The Hungarian Parliament will decide between March 6 and 9 on NATO membership for Finland and Sweden, according to the agenda published on Wednesday.
The candidacy of the two Nordic countries, which must be accepted unanimously by the 30 member states of NATO, has been ratified by all with the exception of Turkey and Hungary.
Hungarian MPs will debate the issue next week, before a separate vote for each of the two countries between March 6 and 9, the parliament said on its website.
The deadline had been postponed several times on the grounds of a legislative traffic jam, and the opposition accused the government of Viktor Orban of dragging its feet.
The nationalist prime minister, a close ally of Turkish President Recep Tayyip Erdogan, is indeed keen to maintain ties with Moscow despite the war in Ukraine.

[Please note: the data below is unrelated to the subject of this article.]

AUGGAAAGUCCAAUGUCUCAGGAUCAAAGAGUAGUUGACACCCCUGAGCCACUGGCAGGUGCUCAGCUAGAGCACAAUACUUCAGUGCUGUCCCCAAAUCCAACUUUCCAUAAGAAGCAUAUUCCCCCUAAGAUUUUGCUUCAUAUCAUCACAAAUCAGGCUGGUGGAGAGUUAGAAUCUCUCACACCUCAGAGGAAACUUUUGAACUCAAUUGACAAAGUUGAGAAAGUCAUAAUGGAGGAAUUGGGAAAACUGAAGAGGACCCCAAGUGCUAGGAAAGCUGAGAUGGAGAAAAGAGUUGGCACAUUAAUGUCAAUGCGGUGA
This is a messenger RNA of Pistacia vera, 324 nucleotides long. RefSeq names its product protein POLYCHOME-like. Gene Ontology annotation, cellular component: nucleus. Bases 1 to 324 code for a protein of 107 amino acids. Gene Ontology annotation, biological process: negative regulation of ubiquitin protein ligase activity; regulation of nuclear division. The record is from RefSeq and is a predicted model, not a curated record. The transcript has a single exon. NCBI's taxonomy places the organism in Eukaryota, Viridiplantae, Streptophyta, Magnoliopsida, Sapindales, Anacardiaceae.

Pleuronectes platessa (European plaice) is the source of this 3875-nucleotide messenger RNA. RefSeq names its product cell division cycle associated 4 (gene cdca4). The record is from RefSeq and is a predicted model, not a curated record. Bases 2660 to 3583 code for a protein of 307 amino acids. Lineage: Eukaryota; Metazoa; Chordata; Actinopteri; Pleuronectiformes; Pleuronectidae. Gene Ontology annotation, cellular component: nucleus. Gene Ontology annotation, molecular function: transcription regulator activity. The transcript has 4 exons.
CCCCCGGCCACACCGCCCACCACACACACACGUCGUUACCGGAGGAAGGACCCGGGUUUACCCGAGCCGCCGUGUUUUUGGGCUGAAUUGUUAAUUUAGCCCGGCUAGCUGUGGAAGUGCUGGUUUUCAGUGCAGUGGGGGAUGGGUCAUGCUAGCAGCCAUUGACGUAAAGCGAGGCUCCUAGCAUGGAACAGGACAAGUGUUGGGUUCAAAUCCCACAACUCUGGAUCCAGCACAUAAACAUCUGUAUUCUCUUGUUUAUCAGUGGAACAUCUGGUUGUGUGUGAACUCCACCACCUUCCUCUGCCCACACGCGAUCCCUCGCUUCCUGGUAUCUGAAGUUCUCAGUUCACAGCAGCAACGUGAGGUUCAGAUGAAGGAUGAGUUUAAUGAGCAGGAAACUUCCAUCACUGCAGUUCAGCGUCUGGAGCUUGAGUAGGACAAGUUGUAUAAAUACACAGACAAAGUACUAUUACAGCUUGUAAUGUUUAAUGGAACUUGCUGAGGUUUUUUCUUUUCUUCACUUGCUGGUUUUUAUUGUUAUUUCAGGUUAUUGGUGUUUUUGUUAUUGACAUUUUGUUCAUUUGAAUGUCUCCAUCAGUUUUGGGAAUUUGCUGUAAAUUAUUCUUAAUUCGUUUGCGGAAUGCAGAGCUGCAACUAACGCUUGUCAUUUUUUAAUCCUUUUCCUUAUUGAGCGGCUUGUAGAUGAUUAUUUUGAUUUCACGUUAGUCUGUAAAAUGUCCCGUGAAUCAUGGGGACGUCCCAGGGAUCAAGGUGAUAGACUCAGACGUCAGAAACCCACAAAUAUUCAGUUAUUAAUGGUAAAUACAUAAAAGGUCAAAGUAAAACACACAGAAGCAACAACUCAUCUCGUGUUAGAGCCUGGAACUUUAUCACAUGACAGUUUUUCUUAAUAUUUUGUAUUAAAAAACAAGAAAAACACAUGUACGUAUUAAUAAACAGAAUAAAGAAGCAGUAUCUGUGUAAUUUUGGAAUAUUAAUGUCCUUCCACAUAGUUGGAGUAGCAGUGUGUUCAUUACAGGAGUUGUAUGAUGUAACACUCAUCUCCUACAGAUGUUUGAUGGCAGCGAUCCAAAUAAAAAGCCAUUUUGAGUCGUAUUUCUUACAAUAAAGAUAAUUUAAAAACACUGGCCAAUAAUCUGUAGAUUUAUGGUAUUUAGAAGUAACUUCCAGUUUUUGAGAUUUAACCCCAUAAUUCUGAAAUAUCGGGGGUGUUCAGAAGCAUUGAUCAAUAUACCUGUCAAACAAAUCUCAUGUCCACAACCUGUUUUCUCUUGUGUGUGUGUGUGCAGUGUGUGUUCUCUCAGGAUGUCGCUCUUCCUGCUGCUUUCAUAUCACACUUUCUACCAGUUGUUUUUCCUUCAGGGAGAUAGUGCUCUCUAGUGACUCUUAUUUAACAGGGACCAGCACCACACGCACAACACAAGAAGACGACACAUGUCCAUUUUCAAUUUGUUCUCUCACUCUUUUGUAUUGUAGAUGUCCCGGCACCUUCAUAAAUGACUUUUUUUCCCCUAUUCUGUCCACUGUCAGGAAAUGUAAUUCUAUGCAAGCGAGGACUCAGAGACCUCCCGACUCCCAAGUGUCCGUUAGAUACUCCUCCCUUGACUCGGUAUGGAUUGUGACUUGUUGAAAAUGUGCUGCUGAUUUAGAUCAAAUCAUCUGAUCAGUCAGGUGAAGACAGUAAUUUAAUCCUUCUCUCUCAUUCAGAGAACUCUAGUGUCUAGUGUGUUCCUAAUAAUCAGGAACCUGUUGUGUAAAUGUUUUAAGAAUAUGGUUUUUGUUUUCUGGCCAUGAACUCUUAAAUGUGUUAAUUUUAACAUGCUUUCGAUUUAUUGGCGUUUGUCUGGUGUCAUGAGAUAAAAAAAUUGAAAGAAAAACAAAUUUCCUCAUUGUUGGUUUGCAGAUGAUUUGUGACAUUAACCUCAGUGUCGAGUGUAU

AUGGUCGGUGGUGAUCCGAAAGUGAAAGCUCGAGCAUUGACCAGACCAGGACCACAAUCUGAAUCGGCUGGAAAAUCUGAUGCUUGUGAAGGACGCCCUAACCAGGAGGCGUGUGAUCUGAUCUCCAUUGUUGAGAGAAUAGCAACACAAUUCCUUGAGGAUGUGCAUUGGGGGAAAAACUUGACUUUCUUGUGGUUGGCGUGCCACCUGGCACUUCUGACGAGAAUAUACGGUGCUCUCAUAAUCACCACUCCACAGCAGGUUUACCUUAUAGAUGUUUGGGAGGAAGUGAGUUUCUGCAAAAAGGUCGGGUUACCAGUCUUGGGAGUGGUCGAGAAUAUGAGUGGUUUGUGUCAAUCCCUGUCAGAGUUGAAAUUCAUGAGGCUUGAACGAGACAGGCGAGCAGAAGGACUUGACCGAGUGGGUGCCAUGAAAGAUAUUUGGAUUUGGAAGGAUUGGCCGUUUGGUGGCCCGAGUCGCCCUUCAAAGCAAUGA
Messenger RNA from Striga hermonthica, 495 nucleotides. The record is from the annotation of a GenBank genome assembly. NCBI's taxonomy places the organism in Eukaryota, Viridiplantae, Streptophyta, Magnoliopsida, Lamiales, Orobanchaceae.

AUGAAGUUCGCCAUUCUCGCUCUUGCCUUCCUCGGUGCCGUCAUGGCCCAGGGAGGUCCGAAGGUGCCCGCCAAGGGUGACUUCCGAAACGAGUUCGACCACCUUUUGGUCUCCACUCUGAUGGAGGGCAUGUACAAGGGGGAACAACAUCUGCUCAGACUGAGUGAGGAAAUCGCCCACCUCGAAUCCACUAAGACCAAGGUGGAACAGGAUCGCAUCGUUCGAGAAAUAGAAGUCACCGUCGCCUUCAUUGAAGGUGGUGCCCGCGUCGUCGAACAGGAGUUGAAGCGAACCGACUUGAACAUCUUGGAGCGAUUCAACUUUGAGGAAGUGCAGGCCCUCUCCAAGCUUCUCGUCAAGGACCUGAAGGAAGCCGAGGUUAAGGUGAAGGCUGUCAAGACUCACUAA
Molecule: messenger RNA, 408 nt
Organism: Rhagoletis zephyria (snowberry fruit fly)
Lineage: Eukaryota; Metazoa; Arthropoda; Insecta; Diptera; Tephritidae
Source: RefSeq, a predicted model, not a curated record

He refrains from criticizing Russian President Vladimir Putin and refuses to send weapons to kyiv, calling instead for an immediate ceasefire and peace talks.
In the face of criticism, Budapest has however assured several times that it “has no objections” to the candidacies of Finland and Sweden for the Atlantic alliance.
“We have a clear position,” Foreign Minister Peter Szijjarto said at the end of January. “We support the expansion of NATO, and when Parliament meets again in February, the issue will be on the agenda and we will resolve it quickly,” he promised.
Turkish President Recep Tayyip Erdogan for his part suggested in early February a possible ratification of Finland’s membership without that, jointly filed, of Sweden, which remains blocked by Ankara.
Already accused of harboring Kurdish activists and sympathizers whom it describes as “terrorists”, Stockholm finds itself at an impasse to win the green light from Ankara after a series of anti-Turkish demonstrations and the burning of a Koran.